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The National Portrait Gallery acknowledges the Traditional Custodians of Country throughout Australia and recognises the continuing connection to lands, waters and communities. We pay our respect to Aboriginal and Torres Strait Islander cultures and to Elders both past and present.

Aboriginal and Torres Strait Islander viewers are warned that this website contains images of deceased persons.

Fred Hollows

1993
Kerrie Lester

oil and hand-stitching on canvas (overall (irregular): 256.5 cm x 134.0 cm)

Professor Fred Hollows AC (1929–1993), ophthalmologist, made his way to Australia from New Zealand, where he had trained as a doctor and become a communist. Completing his specialist training in England and Wales, in 1965 he began work as an associate professor of ophthalmology at the University of New South Wales. Soon, he began investigating eye disease in Aboriginal communities. Throughout the 1970s and 1980s he worked to raise public awareness of ill–health prevailing amongst Indigenous people, while pioneering treatments of trachoma and other eye diseases that halved the incidence of curable blindness in Aboriginal populations in more than 450 outback communities. He also established successful eye treatment schemes overseas, notably in Nepal and Eritrea. The gruff doctor was Australian of the Year in 1990 and was given a State funeral following his death from cancer three years later. The Fred Hollows Foundation continues his work, spearheaded by his widow, Gabi Hollows, who is a designated Living National Treasure in her own right. Sydney-born painter Kerrie Lester (1953-2016) was one of the first artists commissioned by the National Portrait Gallery, and her painting of athlete Cathy Freeman was among the first fifty works acquired for the Gallery’s collection. In 1999, Lester gifted a further three works to the Gallery: her portrait of film producer Margaret Fink, a finalist in the 1989 Portia Geach Memorial Award; her portrait of jazz performer James Morrison, an Archibald finalist in 1996; and this painting of Hollows, which also featured in the Archibald Prize exhibition.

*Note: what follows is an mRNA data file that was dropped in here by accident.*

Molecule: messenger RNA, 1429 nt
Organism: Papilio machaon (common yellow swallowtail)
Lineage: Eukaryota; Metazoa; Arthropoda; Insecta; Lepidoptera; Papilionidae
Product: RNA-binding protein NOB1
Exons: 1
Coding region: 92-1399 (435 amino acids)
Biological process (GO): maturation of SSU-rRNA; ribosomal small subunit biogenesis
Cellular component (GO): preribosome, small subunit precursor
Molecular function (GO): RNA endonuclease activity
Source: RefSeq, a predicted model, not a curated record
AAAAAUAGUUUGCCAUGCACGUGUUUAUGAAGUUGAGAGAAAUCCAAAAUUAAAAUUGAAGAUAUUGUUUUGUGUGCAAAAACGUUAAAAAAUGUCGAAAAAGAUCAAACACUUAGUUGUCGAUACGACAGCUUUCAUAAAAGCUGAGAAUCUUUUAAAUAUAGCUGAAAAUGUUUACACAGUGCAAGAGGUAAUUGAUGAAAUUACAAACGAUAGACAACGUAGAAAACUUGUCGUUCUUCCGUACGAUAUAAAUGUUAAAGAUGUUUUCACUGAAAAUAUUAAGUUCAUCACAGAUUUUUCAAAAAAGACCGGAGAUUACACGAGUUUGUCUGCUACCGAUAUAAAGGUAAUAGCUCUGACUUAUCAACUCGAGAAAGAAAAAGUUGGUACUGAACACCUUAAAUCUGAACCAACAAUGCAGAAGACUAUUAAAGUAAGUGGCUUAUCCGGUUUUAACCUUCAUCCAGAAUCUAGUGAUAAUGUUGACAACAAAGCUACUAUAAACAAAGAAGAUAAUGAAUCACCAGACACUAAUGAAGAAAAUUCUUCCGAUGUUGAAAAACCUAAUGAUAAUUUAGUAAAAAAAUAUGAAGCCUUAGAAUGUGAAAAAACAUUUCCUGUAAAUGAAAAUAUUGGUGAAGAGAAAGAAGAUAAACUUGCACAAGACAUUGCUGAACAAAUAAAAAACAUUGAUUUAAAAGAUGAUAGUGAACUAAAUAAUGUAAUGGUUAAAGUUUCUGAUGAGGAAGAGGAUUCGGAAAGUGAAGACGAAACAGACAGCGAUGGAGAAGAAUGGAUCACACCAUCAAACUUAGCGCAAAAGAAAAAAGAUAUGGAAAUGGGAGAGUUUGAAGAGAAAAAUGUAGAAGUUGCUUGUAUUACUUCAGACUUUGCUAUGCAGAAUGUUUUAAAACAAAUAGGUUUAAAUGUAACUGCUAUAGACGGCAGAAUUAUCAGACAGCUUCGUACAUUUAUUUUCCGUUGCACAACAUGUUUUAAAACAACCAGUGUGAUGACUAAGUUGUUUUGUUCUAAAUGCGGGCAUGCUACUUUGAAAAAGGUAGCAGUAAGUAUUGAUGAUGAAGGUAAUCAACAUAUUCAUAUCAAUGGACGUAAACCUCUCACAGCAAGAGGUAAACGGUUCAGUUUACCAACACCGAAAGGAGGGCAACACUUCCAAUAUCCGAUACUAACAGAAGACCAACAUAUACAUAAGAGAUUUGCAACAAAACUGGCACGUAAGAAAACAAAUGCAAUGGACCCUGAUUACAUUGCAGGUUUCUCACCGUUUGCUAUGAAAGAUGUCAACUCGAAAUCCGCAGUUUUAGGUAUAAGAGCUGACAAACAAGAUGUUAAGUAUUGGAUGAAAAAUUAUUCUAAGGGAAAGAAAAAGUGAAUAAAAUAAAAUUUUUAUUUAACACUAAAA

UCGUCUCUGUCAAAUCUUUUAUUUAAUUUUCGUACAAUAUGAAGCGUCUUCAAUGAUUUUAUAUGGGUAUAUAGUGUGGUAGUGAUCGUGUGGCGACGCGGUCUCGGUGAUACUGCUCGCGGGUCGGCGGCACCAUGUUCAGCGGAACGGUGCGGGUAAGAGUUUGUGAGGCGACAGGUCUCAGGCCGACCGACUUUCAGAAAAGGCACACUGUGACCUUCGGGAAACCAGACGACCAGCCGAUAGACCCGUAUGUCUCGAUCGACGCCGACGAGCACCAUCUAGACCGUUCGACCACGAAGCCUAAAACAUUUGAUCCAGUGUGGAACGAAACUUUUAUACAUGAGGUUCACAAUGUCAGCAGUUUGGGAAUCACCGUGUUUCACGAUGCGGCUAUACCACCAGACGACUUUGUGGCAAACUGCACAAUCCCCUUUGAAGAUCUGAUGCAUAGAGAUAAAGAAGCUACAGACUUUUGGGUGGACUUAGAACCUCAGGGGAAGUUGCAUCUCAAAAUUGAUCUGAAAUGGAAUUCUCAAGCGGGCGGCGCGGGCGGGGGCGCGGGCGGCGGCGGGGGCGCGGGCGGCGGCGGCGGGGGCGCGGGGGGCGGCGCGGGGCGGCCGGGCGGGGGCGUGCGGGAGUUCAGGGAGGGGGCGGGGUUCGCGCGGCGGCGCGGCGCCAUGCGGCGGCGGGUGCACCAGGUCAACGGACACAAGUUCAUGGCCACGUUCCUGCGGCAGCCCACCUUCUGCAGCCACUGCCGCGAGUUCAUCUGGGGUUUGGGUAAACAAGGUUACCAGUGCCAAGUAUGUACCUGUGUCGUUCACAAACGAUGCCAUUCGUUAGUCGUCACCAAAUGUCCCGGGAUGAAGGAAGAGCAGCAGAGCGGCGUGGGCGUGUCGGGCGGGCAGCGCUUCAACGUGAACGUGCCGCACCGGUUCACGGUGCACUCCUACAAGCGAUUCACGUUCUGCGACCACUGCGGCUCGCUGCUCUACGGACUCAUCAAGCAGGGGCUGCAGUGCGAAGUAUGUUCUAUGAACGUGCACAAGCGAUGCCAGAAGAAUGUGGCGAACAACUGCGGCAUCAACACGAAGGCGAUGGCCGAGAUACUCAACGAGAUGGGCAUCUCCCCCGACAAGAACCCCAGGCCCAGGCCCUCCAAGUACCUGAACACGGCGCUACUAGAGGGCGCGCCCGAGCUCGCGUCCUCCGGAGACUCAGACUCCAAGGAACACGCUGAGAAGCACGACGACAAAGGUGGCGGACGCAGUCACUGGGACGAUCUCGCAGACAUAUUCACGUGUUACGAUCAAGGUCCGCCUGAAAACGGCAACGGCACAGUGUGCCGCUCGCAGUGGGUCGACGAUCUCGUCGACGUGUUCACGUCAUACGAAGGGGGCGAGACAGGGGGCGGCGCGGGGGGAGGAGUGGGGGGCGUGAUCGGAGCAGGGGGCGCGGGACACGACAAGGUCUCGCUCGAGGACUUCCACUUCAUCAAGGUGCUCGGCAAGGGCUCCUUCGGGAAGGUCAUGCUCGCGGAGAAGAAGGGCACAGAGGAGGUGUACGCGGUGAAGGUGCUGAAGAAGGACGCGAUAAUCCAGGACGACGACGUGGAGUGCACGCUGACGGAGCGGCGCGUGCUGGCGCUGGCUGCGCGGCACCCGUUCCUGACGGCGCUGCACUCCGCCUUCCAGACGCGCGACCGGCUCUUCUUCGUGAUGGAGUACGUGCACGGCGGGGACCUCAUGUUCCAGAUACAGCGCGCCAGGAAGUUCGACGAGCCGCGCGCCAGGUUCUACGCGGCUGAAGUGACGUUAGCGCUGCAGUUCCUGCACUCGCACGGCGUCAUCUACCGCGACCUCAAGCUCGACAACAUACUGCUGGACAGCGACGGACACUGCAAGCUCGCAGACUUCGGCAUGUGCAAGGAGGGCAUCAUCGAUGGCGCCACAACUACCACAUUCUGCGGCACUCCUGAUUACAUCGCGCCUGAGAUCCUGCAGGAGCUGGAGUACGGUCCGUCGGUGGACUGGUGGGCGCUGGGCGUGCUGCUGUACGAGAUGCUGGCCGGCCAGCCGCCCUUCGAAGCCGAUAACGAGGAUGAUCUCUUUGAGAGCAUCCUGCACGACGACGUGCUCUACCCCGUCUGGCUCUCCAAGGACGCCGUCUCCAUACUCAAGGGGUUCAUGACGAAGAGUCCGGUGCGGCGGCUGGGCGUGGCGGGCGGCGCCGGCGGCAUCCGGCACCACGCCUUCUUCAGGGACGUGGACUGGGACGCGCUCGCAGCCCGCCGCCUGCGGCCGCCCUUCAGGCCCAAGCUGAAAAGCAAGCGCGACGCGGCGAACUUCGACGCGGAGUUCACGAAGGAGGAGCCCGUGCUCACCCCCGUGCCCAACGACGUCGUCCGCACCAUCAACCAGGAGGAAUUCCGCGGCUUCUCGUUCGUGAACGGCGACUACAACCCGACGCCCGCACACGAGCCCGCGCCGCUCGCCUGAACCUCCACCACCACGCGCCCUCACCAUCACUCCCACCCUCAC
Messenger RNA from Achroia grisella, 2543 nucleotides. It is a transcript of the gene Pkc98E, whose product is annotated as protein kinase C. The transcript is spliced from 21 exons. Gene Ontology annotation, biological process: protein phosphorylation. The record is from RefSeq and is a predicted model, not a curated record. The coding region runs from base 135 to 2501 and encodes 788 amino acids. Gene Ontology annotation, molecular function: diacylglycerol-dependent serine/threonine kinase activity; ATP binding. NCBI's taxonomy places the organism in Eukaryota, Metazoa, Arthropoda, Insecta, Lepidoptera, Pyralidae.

Collection: National Portrait Gallery
Gift of the artist 1999
Donated through the Australian Government's Cultural Gifts Program
© Kerrie Lester/Copyright Agency, 2021

The National Portrait Gallery respects the artistic and intellectual property rights of others. Works of art from the collection are reproduced as per the Australian Copyright Act 1968 (Cth). The use of images of works from the collection may be restricted under the Act. Requests for a reproduction of a work of art can be made through a Reproduction request. For further information please contact NPG Copyright.

Artist and subject

Kerrie Lester (age 40 in 1993)

Professor Fred Hollows AC (age 64 in 1993)

Donated by

Kerrie Lester (2 portraits)

Related information

The Companion

Permanent collection catalogue

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On one level The Companion talks about the most famous and frontline Australians, but on another it tells us about ourselves: who we read, who we watch, who we listen to, who we cheer for, who we aspire to be, and who we'll never forget. The Companion is available to buy online and in the Portrait Gallery Store.

Miranda Otto
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Miranda Otto
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Eye to eye

Previous exhibition, 2019

Eye to Eye is a summer Portrait Gallery Collection remix arranged by degree of eye contact – from turned away with eyes closed all the way through to right-back-at-you – as we explore artists’ and subjects’ choices around the direction of the gaze.

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The National Portrait Gallery building front entrance
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The National Portrait Gallery acknowledges the Traditional Custodians of Country throughout Australia and recognises the continuing connection to lands, waters and communities. We pay our respect to Aboriginal and Torres Strait Islander cultures and to Elders past and present. We respectfully advise that this site includes works by, images of, names of, voices of and references to deceased people.

This website comprises and contains copyrighted materials and works. Copyright in all materials and/or works comprising or contained within this website remains with the National Portrait Gallery and other copyright owners as specified.

The National Portrait Gallery respects the artistic and intellectual property rights of others. The use of images of works of art reproduced on this website and all other content may be restricted under the Australian Copyright Act 1968 (Cth). Requests for a reproduction of a work of art or other content can be made through a Reproduction request. For further information please contact NPG Copyright.

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